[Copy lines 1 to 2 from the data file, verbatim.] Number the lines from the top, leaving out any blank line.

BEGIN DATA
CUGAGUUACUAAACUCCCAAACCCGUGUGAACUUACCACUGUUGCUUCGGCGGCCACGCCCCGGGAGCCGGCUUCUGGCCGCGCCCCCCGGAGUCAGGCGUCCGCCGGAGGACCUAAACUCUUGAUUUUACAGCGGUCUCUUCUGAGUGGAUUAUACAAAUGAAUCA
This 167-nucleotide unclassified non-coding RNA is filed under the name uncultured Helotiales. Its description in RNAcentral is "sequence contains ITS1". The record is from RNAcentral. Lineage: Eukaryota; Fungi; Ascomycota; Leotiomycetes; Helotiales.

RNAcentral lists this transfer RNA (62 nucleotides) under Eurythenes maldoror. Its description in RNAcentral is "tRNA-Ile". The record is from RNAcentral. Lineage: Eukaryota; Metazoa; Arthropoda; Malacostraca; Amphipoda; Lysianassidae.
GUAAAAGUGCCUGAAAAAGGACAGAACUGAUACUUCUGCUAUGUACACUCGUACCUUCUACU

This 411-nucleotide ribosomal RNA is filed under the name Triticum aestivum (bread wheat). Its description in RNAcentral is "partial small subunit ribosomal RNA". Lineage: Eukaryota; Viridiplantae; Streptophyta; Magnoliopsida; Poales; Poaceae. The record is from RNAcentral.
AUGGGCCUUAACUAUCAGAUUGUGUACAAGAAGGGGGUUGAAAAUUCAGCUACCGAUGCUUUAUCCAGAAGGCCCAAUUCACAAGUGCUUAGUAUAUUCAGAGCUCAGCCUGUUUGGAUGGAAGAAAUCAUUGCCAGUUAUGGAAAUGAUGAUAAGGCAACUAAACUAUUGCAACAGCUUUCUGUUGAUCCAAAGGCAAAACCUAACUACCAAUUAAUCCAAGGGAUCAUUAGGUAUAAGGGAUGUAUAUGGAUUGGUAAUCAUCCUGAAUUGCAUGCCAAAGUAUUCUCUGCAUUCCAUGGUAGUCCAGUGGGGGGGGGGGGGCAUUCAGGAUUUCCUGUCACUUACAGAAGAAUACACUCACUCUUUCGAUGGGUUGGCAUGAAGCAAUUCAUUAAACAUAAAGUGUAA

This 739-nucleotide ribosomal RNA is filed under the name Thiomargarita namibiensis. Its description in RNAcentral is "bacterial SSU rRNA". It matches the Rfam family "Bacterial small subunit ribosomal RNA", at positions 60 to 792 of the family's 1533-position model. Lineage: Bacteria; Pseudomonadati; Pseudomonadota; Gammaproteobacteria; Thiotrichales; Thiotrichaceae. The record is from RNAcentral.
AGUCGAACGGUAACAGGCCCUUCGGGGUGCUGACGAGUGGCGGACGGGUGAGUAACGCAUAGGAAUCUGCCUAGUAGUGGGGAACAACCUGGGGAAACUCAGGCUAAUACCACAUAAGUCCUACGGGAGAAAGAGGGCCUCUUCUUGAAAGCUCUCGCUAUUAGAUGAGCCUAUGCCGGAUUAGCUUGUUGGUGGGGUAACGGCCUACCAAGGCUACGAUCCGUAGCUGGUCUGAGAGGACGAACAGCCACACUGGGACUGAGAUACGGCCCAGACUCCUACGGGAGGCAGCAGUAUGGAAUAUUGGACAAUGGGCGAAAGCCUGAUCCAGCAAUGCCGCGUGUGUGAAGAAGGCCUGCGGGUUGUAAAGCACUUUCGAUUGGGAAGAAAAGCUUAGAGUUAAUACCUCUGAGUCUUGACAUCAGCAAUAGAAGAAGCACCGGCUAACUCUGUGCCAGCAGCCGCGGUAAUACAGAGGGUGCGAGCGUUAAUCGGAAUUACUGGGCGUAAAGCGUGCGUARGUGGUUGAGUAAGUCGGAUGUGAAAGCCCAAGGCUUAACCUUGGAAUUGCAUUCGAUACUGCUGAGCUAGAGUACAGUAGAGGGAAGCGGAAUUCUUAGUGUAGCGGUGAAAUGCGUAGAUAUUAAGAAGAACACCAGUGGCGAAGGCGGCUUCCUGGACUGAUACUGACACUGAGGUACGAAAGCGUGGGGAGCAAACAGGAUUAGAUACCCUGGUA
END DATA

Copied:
CUGAGUUACUAAACUCCCAAACCCGUGUGAACUUACCACUGUUGCUUCGGCGGCCACGCCCCGGGAGCCGGCUUCUGGCCGCGCCCCCCGGAGUCAGGCGUCCGCCGGAGGACCUAAACUCUUGAUUUUACAGCGGUCUCUUCUGAGUGGAUUAUACAAAUGAAUCA
This 167-nucleotide unclassified non-coding RNA is filed under the name uncultured Helotiales. Its description in RNAcentral is "sequence contains ITS1". The record is from RNAcentral. Lineage: Eukaryota; Fungi; Ascomycota; Leotiomycetes; Helotiales.